Maple Leafs Will Elevate Kurtis Gabriel’s Fight for Social Issues

Kurtis Gabriel has been using his platform to raise awareness for numerous social issues, and he knows his profile can get much more prominent if he makes the Toronto Maple Leafs. So he has been preparing for training camp for weeks while also planning his skate designs. “We are getting a little more creative,” said Gabriel during a recent Instagram Live. He will continue to have one skate dedicated to LGBTQ+ and the other with Black Lives Matter. But, of course, he will still have Pride Tape on his stick.

Kurtis Gabriel was drafted by the Minnesota Wild in 2013. (THW Archives/Wild)

His dedication to those causes remains, but something has changed. He noticed it minutes into his live broadcast, “I’ve never had so many questions fired at me. This is going to be a little different than the last ones,” said Gabriel. He struggled to keep up with the comment feed as hundreds of viewers were asking questions. “Leafs’ Nation is a little bit bigger than the other markets I’ve played in.”

Larger Audience Draws More Good and Bad Attention

He was joined on his Instagram live by his close friend Brock McGillis. McGillis has been an advocate in the LGBTQ+ community since being the first professional hockey player to come out as gay publicly. The two have known each other since Gabriel scored on Carey Price in 2019. Not only was it a goal against a great goalie, but he did it with Pride Tape on his stick. Unfortunately, moments after McGillis appeared on Instagram Live, homophobic and derogatory comments started to show up. Although, it seemed Gabriel is used to it, “the amount of people who think because I’m friends with you (McGillis) and do this kind of work and bombard me with that kind of stuff. It is just so telling of why we need to do this kind of stuff.”

Instead of ignoring the messages, the two friends discussed them and called out the hate. I asked Gabriel why he pays attention to those kinds of comments. “I have no problem giving the haters attention if they need to be corrected,” said Gabriel. “If they keep doing it, then I just tune them out, but I think it is important to address it.”

McGillis agreed, “we are on an Instagram live with a lot of viewers. Some potentially straight young hockey players may see this and realize they could take Kurtis’s example and not be afraid to stand up and not care about what other people think. So, talking and have an open dialogue about that issue is critical.”

Maple Leafs Are an Ally

Gabriel’s example is posed to reach much further. He has a chance to play in the biggest hockey market in one of North America’s largest cities and for an organization that has been a solid ally to the LGBTQ+ community. The Maple Leafs made the organization’s stance crystal clear in 2019. Morgan Rielly was accused of using a homophobic slur. The accusation was proven false. But general manager Kyle Dubas used the moment in a memorable way. “If a homosexual, a bisexual or transgender fan walks in the rink, [we want them to] feel welcome here and safe here,” said Dubas during a media conference in 2019. “If we have a player who’s contemplating what their sexuality is [we hope] they feel safe here and can be themselves here. That’s why the cause matters to me. I think that because of our role in the community and the country as the Toronto Maple Leafs, we have a unique opportunity to be proactive and to take a stance on the matter.”

Gabriel believes everyone can make a difference, “I think honestly the biggest thing I can do is just be in this space as a straight dude. I get a lot of messages from even Junior B or Double-A hockey players who say I appreciate you being there. That is the biggest contribution I can make just being here and just talking about it openly.”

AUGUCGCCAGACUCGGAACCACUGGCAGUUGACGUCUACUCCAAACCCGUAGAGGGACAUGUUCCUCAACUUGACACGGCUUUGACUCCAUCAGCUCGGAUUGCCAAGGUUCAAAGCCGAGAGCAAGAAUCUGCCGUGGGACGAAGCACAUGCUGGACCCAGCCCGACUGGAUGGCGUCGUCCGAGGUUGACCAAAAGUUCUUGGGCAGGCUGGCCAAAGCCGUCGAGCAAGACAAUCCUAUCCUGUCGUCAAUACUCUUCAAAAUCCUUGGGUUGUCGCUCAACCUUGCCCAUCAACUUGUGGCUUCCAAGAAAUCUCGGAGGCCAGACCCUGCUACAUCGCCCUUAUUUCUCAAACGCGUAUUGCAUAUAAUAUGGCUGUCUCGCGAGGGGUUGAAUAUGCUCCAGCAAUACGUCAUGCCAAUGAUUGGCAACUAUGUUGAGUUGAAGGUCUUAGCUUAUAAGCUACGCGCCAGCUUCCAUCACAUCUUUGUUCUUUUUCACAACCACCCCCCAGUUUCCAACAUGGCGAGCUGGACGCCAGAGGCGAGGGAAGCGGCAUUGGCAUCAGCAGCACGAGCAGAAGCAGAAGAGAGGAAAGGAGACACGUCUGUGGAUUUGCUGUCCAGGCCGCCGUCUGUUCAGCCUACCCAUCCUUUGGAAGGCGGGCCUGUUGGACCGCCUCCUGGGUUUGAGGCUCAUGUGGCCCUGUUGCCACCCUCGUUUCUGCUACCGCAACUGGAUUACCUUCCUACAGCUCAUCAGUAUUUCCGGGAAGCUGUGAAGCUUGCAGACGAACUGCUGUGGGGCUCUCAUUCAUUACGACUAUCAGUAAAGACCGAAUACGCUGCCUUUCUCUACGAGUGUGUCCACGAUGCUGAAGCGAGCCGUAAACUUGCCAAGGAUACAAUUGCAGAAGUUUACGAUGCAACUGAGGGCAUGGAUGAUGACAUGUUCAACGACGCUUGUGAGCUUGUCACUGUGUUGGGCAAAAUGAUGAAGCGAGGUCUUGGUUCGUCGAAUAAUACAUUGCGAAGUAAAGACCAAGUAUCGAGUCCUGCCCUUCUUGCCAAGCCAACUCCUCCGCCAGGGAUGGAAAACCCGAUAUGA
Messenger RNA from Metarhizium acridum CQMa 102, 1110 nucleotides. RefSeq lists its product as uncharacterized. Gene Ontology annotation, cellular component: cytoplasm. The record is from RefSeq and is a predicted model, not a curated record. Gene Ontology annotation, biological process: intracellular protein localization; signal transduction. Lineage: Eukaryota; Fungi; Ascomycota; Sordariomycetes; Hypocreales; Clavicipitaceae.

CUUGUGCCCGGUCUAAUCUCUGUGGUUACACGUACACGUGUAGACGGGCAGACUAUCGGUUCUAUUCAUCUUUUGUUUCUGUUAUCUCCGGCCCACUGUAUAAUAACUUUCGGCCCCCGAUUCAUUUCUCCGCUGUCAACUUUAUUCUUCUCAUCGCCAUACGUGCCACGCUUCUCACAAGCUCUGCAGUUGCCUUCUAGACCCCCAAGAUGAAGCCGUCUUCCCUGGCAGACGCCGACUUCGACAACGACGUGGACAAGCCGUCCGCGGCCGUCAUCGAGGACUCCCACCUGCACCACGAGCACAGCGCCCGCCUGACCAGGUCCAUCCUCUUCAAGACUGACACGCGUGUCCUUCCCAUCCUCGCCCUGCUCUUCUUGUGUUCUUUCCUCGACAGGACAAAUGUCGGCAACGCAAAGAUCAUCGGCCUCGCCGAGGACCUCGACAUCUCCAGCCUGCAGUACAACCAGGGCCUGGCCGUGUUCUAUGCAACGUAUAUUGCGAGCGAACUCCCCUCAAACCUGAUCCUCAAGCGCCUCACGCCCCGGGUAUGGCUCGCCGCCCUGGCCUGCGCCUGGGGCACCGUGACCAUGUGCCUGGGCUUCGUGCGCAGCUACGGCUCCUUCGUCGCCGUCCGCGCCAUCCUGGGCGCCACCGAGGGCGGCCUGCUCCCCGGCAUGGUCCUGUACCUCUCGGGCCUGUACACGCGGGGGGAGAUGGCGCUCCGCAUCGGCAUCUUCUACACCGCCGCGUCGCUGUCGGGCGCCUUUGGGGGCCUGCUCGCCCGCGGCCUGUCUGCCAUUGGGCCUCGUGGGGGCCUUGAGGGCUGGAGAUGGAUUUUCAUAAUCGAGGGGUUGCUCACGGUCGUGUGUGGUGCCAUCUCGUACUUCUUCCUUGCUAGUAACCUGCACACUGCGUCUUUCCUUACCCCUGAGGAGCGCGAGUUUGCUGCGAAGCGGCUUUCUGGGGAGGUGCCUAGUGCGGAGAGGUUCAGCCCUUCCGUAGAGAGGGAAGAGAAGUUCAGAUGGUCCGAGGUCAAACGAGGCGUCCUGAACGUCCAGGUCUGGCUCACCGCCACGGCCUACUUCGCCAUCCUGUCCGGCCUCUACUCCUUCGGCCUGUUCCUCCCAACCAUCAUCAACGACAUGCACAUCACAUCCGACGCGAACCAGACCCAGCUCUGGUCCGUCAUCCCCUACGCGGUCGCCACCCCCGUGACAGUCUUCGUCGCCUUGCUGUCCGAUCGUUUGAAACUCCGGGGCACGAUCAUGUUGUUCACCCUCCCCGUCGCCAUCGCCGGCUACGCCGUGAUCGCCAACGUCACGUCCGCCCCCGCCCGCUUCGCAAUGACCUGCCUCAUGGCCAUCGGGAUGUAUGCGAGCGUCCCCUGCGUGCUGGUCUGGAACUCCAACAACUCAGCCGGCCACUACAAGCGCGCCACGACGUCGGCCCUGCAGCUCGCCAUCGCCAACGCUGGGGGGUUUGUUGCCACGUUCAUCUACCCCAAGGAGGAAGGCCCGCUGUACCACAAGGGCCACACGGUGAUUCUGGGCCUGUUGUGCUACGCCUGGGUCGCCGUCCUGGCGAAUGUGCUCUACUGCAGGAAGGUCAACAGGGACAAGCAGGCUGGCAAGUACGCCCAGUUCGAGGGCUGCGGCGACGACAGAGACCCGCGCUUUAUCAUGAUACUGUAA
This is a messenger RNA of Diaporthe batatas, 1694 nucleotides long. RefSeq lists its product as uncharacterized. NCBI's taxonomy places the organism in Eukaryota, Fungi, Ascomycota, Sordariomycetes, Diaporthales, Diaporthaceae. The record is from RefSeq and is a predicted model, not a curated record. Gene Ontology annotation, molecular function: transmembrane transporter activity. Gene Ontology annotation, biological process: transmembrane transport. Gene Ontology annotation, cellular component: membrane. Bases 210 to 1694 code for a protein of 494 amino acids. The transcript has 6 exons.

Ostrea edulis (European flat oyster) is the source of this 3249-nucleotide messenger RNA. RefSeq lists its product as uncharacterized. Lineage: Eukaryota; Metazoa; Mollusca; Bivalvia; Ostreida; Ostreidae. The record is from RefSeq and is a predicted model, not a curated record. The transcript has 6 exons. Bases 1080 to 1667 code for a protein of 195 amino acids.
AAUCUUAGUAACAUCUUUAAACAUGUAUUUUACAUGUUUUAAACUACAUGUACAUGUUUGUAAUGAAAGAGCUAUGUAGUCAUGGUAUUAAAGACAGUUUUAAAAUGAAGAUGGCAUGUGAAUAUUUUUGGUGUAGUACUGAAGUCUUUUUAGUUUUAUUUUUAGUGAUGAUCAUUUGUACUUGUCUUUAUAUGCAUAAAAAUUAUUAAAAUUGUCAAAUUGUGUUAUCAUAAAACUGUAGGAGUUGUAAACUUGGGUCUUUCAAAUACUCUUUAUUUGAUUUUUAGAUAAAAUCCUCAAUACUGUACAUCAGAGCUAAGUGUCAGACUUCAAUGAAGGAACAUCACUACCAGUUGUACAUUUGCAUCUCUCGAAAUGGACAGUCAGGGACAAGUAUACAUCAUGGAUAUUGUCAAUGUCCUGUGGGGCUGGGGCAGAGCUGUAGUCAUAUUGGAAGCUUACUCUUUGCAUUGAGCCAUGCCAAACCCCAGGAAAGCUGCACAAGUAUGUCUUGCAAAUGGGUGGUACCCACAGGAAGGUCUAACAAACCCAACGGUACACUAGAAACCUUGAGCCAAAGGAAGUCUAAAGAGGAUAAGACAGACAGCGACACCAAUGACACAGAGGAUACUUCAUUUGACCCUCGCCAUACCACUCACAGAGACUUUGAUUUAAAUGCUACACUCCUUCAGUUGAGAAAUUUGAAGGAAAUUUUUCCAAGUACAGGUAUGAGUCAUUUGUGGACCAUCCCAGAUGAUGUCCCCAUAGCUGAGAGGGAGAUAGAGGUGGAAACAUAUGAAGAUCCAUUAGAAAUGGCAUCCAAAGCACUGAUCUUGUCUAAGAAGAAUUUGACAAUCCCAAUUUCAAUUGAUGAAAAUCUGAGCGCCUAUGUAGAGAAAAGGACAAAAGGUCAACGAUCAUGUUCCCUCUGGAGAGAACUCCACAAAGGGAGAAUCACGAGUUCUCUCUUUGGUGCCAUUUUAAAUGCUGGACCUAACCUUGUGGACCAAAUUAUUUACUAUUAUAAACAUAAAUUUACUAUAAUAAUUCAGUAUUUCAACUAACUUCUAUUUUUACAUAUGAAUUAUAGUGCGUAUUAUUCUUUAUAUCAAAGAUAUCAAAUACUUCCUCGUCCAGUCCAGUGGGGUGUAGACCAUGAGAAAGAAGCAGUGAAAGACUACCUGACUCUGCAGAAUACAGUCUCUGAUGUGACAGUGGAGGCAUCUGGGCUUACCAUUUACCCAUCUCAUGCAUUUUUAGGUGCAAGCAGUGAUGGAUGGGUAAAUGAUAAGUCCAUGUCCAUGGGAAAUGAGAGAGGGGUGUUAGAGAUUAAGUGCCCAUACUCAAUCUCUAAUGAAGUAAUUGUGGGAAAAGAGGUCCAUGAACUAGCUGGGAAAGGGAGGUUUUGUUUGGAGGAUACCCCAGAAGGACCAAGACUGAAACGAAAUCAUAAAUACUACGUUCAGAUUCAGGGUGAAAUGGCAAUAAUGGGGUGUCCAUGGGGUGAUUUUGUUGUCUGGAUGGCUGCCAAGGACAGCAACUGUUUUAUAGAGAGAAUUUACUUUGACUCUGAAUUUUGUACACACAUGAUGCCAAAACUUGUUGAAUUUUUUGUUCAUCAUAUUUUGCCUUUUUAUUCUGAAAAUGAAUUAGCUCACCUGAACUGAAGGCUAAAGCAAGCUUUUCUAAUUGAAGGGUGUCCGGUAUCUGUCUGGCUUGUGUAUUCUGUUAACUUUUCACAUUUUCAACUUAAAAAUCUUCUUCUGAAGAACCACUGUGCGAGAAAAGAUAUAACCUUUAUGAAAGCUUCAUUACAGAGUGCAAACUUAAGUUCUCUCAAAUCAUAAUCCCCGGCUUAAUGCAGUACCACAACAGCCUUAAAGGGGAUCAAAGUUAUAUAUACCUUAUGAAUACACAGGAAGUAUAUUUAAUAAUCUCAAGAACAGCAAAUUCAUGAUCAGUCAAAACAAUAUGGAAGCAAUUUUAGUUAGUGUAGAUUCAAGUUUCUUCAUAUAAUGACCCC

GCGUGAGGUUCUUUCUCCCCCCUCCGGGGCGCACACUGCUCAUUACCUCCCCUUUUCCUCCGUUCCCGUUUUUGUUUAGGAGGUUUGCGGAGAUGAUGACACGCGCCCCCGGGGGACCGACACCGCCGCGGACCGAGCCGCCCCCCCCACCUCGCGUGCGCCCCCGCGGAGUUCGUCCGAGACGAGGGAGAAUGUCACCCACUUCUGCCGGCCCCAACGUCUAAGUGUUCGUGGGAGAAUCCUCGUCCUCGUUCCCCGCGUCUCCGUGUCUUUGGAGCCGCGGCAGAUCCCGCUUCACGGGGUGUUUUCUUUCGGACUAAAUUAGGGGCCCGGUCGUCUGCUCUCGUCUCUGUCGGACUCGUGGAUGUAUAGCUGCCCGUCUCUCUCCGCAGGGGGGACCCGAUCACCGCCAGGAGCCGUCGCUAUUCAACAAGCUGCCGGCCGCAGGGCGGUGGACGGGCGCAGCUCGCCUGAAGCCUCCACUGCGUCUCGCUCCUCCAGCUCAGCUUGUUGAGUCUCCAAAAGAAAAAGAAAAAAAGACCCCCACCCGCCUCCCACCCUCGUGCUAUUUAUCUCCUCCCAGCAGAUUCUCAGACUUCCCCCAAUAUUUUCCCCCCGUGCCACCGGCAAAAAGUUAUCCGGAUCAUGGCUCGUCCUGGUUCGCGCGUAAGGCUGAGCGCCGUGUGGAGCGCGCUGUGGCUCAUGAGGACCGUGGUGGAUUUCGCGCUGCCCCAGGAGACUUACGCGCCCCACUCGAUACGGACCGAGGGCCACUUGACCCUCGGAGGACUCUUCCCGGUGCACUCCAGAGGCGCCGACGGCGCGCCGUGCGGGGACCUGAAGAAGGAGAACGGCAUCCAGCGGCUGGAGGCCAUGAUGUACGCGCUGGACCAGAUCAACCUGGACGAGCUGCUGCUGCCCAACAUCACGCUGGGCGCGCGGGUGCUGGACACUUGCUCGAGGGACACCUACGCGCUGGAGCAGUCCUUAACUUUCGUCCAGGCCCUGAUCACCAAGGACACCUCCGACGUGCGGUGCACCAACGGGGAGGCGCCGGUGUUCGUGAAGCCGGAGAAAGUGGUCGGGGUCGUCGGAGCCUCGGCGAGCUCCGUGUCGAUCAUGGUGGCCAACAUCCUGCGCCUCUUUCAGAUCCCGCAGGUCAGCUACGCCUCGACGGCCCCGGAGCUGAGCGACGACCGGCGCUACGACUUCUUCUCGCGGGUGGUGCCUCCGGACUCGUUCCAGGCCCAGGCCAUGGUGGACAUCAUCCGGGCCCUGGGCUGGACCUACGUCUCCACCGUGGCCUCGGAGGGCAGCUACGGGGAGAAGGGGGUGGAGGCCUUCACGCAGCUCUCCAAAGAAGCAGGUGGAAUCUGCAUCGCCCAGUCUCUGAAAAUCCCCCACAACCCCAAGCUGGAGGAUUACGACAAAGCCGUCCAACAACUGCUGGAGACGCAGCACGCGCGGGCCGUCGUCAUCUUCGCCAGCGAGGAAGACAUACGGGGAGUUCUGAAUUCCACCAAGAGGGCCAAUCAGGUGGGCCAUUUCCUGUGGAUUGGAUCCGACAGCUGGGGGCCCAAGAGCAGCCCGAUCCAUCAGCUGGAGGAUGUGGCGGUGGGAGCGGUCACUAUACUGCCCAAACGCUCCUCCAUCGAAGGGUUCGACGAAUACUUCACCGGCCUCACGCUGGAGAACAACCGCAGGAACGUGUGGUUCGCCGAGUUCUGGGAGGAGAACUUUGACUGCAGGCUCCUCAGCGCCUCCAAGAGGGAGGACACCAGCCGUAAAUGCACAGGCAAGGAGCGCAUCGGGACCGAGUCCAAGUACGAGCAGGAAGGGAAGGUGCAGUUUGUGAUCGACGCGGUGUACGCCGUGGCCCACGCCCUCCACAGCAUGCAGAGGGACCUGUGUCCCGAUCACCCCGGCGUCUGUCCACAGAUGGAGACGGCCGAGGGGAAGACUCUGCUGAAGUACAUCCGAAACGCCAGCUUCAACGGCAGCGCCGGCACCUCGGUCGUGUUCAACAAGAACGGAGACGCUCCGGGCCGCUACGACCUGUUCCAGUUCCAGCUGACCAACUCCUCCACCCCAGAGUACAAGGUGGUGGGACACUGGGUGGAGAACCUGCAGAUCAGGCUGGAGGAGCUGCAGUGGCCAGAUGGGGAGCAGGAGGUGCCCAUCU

Gabriel Knows the Importance of Communication

Perhaps it was the open dialogue and the critical change it made in Gabriel’s life. When he was ten years old, his father took his own life. Gabriel learned the death was suicide years later, and it filled him with a lot of anger and confusion. But, once he started talking about his pain and listening to others who’d experienced trauma, his life changed for the better.

During the hour and a half Instagram live, he invited viewers to join on a video call. One viewer, who Gabriel had messaged with a few days earlier, said, “I really wanted to say thank you. I messaged you a few days ago, I’m going through a rough time, and that meant the world to me. I already feel so much better; I’m so much happier about my life. It means the world.”

Kurtis Gabriel, Lehigh Valley Phantoms
Kurtis Gabriel, Lehigh Valley Phantoms (Jess Starr/The Hockey Writers)

“No problem,” Gabriel responded, “your message came in the right at the top… I was like, holy cow, man. I remember when I was back in high school and getting heartbroken by a girl – such a small thing, such a small thing.” After a short conversation, he told the viewers to focus on himself.

Another viewer told Gabriel he was nervous to start high school. “Oh, don’t worry about it too much,” Gabriel said. “I used to worry about that too, but now you look back at high school. It didn’t mean much at all, dude. Just be yourself.”

It may be one of the oldest pieces of advice, but just being himself has worked for Gabriel. He achieved his dream of playing in the NHL and now he has an opportunity to play for his hometown team. But the Newmarket boy knows it will be a challenge to make the Maple Leafs roster. However, he seems to thrive when challenged. It would’ve been easier to keep the black tape on his stick and not to design his skates with social issues. It would be easier to stay quiet when the haters start trolling him on social media. But that’s not who he is. Gabriel is taking his own advice and just being himself.


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